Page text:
Tipping is not a requirement, it’s a choice

Food service employees need to get over themselves

Originally published Nov. 6, 2012 by SacCityExpress.com

A receipt on a restaruant table.

A receipt with a line provided for the addition of a tip. Photo by Evan E. Duran.

It was 5 a.m. and I couldn’t sleep.

The wife wasn’t sleeping well either, and we both felt like we could eat a cow. We decided that an early morning breakfast at IHOP would have to suffice.

As we arrived inside the restaurant, we quickly noticed there was no one at the front.

We waited, and shortly thereafter were seated by a bubbly young woman who politely explained to us that she was the manager and that her server hadn’t shown up that Friday morning.

She was all by herself, but provided excellent service. She brought us our food promptly, kept our drink cups filled and even asked what we had planned for the day, all while helping two or three other couples, and stopping every once in a while to leave a message on her absent server’s voice mail.

When we left, we gave her a tip because she did a wonderful job providing us with extraordinary service, despite being alone. In this type of case, giving a tip is a no-brainer.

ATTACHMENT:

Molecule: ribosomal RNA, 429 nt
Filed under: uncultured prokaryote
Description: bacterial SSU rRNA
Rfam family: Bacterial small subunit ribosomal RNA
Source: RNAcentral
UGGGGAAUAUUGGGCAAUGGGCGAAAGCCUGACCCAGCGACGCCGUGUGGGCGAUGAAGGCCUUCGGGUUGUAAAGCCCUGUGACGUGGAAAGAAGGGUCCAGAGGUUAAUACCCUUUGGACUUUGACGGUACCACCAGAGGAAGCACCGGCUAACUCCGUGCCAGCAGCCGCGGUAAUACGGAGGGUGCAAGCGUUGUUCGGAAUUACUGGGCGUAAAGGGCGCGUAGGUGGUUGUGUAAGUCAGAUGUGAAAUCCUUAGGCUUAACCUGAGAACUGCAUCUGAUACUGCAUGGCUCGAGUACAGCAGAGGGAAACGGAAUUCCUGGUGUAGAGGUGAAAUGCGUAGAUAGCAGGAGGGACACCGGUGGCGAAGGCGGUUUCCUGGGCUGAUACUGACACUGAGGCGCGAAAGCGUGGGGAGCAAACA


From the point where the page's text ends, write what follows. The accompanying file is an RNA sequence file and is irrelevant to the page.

But what about the everyday run-of-the-mill service that a food service employee is supposed to provide as a requirement of their job? Is a tip always necessary in these cases? For me, the answer is no.

It seems to me that in the United States, society feels that giving tips to food service employees should be a requirement or is, in most cases, the right thing to do. Of course, if servers go out of their way to help their customer, it’s a nice gesture to give a tip.

What bothers me are the waiters and waitresses that feel entitled to them regardless of the job they do. There are even some restaurants that automatically calculate the tip and add it to the bill when the price reaches a certain point. If I were to ever find myself at one of these establishments, I would laugh in the server’s face and refuse to pay the tip.